"Good God in Heaven, chef, what in Blazes ties these three together?!"
Since cinn-a-bon hairdo's of Princess Leiah never caught on and food was never a part of the screenplay, well, we are doing some stretching here.
It starts with a story, like all good food recipes do...
A friend* of mine fancies himself a gourmand. He reads voraciously on the latest food and wine trends, has the income to purchase top of the line products and gadgets, lives in a trendy, loft-drenched area, still, to his credit shares generously.
My friend drops names; not of people but of brands. Kobe, Salume, Parm-Reggiano and free-range chicken pass his lips like like an IPA passes mine. I shop for available products at a good price, then combine them into something greater than just the sum of the parts. My friend will only shop where things cost more, insisting that quality follows price.
He shakes his head at me and I laugh at him.
He could plop $100 of cheese on a tray, slide out some organic, multi-grain crackers milled by a cloister of Basque virgins and slice a few Honeycrisp apples to impress a group. All this while sipping half a glass of bracing New Zealand sauvignon blanc the entire evening. People will smile and make vapid conversation.
Yours truly, on the other hand, would make a risotto with $20 of cheese, start 'em with wine and garlic asparagus in the kitchen as we hang out, and throw in a mixed green salad with a simple balsamic vinaigrette from ingredients found on my refrigerator door. We would probably use some questionable language, hug and kiss alot, laugh like hell and have a recycling pile going before we hit the dining room table!
I have actually heard my friend tell people of his amazing taste and impeccable palate, how he can sense 'bretanomyceces' in a room, even before a cork is pulled from a bottle!
He abors 'score whores' except when he is one of them, touting his latest futures purchase based on the advance copy of the online edition of Wine Spectator, Wine Advocate or Whatever-Vine publication.
Yeah, that's what I said, "Shock and Awe."
Therefore, my advise to every person with whom I speak regarding food and beverage is this: Trust your palate.
Only you are going to experience the sensation of taste in your mouth. If it tastes good to you, then it's good! So what if it came from Safeway, Albertson's or your local grocer. Who cares if you purchased the inexpensive shoulder cut, as long as you slow-cooked it and the texture became as succulent as beef cheeks!?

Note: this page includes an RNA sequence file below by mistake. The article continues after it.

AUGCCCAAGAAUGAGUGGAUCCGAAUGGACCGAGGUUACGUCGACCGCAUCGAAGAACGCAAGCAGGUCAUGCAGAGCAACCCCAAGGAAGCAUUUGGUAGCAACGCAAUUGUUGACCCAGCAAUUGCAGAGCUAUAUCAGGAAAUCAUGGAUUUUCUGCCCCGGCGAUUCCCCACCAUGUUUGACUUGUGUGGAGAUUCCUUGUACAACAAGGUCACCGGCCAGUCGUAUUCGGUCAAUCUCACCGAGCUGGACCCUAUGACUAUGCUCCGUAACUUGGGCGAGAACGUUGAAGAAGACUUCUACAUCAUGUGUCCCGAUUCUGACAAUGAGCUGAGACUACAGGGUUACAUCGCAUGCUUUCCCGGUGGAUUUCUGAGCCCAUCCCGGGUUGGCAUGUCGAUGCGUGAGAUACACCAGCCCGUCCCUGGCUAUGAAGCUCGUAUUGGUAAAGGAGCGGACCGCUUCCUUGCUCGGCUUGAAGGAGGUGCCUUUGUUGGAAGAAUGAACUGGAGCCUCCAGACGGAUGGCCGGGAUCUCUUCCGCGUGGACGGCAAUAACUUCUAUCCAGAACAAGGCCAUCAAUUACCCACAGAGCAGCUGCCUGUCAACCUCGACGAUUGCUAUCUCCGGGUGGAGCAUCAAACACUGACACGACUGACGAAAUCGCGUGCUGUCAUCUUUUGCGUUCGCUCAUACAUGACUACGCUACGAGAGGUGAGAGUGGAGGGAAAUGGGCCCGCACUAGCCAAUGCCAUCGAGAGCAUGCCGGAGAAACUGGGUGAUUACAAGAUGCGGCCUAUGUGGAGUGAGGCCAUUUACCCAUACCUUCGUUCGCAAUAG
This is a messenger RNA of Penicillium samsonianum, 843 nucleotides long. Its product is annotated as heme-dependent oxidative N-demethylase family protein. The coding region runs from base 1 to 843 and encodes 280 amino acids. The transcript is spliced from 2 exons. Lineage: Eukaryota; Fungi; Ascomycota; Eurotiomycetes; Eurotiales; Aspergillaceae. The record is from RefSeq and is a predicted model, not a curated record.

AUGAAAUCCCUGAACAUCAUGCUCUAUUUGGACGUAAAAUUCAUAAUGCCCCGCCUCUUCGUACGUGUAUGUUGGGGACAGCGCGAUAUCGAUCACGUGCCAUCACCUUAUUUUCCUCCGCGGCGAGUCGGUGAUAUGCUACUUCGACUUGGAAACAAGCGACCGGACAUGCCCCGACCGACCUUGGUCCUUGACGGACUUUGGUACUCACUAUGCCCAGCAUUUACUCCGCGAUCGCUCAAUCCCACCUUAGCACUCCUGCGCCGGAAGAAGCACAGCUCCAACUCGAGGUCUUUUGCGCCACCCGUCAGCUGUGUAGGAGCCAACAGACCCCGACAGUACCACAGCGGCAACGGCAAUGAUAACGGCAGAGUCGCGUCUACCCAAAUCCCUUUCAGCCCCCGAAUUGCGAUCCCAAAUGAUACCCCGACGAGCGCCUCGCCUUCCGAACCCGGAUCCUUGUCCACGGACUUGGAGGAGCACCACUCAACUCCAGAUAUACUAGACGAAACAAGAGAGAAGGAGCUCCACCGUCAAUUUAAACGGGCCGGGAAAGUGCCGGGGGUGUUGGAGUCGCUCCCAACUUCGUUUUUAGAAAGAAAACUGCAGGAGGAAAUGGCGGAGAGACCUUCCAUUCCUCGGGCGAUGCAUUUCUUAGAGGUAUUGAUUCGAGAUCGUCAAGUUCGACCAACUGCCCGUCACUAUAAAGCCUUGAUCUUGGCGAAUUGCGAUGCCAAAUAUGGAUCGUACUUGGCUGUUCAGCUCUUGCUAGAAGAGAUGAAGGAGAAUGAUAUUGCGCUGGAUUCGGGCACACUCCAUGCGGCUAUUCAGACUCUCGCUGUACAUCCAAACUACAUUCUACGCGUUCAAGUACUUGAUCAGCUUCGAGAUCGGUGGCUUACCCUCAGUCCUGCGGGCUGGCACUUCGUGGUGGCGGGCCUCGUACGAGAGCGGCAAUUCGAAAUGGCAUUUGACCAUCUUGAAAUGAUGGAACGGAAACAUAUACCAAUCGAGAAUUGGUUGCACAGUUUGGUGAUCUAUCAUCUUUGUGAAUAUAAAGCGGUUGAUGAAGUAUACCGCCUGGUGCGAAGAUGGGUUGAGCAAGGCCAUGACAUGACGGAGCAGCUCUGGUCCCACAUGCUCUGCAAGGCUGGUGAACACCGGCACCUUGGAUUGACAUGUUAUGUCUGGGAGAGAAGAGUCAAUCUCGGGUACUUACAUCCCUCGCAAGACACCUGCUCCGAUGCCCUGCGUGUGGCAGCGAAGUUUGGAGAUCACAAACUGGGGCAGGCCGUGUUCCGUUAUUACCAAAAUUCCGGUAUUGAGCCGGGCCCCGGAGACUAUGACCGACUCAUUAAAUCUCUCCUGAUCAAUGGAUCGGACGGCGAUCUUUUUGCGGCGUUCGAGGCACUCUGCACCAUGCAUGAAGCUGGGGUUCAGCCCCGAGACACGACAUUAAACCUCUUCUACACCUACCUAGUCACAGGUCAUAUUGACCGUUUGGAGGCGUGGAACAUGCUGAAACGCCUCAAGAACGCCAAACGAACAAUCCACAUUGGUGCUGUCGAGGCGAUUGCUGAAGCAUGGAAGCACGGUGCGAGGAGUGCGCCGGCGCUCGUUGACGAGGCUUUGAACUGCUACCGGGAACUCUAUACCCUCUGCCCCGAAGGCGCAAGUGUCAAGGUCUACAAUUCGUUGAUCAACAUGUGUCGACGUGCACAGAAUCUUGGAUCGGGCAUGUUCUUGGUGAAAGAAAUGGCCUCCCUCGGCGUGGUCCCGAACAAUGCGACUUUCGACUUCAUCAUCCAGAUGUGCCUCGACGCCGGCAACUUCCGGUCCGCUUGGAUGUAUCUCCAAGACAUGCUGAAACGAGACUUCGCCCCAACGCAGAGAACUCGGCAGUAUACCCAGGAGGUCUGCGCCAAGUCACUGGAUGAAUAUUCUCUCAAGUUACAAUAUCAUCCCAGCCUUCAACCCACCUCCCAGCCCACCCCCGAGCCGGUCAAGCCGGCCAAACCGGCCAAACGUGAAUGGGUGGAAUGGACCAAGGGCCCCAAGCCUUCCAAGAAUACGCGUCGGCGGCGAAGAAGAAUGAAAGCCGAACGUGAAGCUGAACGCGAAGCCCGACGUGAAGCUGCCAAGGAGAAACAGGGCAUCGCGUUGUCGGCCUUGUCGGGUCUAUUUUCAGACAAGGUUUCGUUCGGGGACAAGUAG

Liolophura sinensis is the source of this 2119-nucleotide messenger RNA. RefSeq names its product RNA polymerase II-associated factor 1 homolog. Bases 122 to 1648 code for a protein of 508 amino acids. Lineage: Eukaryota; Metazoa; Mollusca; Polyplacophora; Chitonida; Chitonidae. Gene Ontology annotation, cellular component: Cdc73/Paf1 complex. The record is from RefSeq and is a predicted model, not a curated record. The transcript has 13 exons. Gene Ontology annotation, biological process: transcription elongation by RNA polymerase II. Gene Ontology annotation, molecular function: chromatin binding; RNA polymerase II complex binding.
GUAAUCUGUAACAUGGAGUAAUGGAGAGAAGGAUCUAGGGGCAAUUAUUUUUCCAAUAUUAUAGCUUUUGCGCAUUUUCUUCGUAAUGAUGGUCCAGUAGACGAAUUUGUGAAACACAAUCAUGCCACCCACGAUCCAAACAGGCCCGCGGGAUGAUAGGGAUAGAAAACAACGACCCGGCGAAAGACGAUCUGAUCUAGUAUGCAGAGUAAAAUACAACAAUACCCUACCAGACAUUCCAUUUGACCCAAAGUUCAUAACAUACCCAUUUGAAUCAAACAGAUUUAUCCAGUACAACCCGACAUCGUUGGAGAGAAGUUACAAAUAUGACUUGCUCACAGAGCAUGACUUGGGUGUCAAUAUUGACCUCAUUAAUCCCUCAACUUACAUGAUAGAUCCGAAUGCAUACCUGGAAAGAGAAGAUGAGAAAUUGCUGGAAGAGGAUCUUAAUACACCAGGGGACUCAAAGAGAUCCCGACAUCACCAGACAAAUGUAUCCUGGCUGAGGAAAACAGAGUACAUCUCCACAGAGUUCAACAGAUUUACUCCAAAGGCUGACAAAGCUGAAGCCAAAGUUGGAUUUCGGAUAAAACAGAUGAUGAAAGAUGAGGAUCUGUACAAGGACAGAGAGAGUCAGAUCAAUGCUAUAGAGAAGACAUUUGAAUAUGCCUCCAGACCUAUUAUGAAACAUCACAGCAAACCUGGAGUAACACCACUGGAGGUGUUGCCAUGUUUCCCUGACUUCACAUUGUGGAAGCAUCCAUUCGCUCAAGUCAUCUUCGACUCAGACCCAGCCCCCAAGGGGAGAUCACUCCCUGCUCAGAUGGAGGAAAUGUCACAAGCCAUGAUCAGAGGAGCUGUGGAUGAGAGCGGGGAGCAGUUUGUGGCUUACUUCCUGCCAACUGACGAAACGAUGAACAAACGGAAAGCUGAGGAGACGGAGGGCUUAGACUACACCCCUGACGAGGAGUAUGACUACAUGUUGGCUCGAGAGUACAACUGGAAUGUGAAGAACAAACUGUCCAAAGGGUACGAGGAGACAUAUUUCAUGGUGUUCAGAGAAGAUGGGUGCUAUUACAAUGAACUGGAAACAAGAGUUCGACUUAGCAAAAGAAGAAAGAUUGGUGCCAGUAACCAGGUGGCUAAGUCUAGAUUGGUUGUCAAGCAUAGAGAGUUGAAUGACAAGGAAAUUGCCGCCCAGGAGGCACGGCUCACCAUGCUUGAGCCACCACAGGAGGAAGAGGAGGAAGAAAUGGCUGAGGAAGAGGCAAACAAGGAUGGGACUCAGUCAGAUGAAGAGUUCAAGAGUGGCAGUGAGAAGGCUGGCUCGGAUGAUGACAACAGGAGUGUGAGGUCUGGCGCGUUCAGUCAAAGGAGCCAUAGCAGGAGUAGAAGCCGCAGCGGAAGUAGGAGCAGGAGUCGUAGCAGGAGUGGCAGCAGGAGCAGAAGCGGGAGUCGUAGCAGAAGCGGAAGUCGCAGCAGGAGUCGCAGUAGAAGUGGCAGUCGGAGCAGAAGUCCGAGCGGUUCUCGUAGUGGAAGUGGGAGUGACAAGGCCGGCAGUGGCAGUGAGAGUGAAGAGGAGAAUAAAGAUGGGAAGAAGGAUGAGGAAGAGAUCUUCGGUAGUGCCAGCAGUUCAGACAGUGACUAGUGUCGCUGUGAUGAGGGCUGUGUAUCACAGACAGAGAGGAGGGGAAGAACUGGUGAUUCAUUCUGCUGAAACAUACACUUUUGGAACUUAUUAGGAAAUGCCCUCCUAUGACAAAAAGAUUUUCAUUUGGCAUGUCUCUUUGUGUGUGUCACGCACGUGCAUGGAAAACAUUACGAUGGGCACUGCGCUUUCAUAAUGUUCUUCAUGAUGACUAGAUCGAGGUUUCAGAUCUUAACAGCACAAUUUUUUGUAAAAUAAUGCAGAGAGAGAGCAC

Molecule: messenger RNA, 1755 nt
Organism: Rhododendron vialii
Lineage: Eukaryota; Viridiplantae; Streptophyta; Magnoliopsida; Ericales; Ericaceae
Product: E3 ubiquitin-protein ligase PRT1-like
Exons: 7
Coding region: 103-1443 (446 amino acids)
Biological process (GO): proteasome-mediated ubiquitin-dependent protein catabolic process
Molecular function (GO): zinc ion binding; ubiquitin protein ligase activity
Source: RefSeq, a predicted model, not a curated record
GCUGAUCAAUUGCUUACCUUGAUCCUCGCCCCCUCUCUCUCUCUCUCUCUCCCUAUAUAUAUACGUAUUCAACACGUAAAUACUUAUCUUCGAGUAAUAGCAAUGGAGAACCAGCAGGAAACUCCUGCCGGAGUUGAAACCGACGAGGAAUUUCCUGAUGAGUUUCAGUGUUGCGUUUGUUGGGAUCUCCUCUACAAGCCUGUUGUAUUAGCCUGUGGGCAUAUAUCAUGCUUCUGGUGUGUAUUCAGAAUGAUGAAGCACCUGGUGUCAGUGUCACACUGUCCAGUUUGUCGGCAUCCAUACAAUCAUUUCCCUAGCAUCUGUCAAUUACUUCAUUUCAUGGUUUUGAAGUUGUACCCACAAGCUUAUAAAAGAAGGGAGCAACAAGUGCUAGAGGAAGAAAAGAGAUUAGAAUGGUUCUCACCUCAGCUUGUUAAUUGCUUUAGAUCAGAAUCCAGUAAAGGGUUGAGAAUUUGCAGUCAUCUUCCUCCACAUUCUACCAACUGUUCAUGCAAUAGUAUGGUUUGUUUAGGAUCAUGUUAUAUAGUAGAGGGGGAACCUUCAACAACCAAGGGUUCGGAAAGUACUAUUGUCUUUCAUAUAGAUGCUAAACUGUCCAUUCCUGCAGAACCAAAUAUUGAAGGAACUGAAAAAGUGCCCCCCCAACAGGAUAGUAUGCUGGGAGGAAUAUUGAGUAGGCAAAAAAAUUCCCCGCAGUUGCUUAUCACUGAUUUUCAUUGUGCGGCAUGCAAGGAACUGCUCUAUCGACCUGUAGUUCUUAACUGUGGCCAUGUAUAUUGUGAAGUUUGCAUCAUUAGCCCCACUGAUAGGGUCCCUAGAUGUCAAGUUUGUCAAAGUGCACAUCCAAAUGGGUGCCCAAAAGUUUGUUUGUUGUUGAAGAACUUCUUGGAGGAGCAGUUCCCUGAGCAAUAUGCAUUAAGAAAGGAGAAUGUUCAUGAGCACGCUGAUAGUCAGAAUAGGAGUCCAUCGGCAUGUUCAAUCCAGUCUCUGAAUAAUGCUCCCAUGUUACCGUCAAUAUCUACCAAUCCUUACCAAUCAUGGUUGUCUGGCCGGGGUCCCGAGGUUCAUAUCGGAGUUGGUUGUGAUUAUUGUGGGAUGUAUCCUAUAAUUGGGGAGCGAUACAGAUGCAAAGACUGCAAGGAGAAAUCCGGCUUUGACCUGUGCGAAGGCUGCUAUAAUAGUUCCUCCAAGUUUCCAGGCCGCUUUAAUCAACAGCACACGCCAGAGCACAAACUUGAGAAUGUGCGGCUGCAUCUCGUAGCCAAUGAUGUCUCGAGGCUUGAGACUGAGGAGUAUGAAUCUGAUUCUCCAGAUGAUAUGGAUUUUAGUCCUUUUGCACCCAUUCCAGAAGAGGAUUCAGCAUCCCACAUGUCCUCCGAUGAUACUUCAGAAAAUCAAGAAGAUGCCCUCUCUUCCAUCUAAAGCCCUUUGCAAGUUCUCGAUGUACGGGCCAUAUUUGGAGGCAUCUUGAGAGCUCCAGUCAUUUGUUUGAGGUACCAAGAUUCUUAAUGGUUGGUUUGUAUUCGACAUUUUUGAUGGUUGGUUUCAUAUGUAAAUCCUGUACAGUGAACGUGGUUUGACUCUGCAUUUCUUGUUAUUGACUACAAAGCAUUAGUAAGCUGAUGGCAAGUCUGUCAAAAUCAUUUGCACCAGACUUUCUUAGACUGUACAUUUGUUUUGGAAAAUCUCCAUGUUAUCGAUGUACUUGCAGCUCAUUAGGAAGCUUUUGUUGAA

Truth be told, you can attempt to purchase good taste or you can work towards making things taste good.
Trust your own sense of taste while striving to make your palate a better judge of taste.
Listen to your culinary guardian angel, perched on your apron collar who speaks to you just as Obi-wan-kanobi whispered to an aspiring young Jedi, "Trust the Force, Luke."
*(may be one person or an amalgam of personalities. Let's just call it a literary device.)
OK, let's get cookin'...
Baked Salmon with Hazelnut Crust
(serves 4 peeps)
I love this preparation because people think you've gone to Hell an' back...
1/2 cup Hazelnuts, toasted and ground, Willamette valley
1 Cup bread crumbs, seasoned
sprinkle kosher salt and ground black pepper
5 oz. salmon filet, make 4 of these (that's one per person...)
2 Tbls Blackberry jam (marionberry in Oregon)
4 oz. vegetable stock, Pacific Foods (in Oregon)
1 stick salted butter, cut into 8 cubes, still hard!
Pre-heat your oven to 4-bills (400).
Take your bread crumbs and ground hazelnuts to the food processor for a little "get acquainted" session. Let 'er rip! Don't get too crazy; we want crumbs not hazelnut butter.
Place in a mixing bowl when finished.
Spray each filet with aerosol oil (PAM) and toss with the crumb mixture. Toss, toss, toss.
Now, with the delicacy of a nun on May-Day, place the filets on a cookie sheet and launch into the 400 degree oven.
God, this is such a no-brainer...!
Grab a 2 qt. sauce pot and add the jam and stock to it. Place on medium heat. Once it has come to a boil and all is incorporated (looks the same), begin to whisk in your cubes of butter on low-medium heat.
When all are 'incorporated', and look like creamy-style purple stuff, you are done!
Remove salmon when the flesh feels like the skin between your thumb and index finger pushed together (taught, the protein is set, not squishy...)
Moral of the Story: Trust your palate! You are your own best judge.
"The Best Things in Life Aren't Things."
Take care, Merry Christmas and God bless, Brian.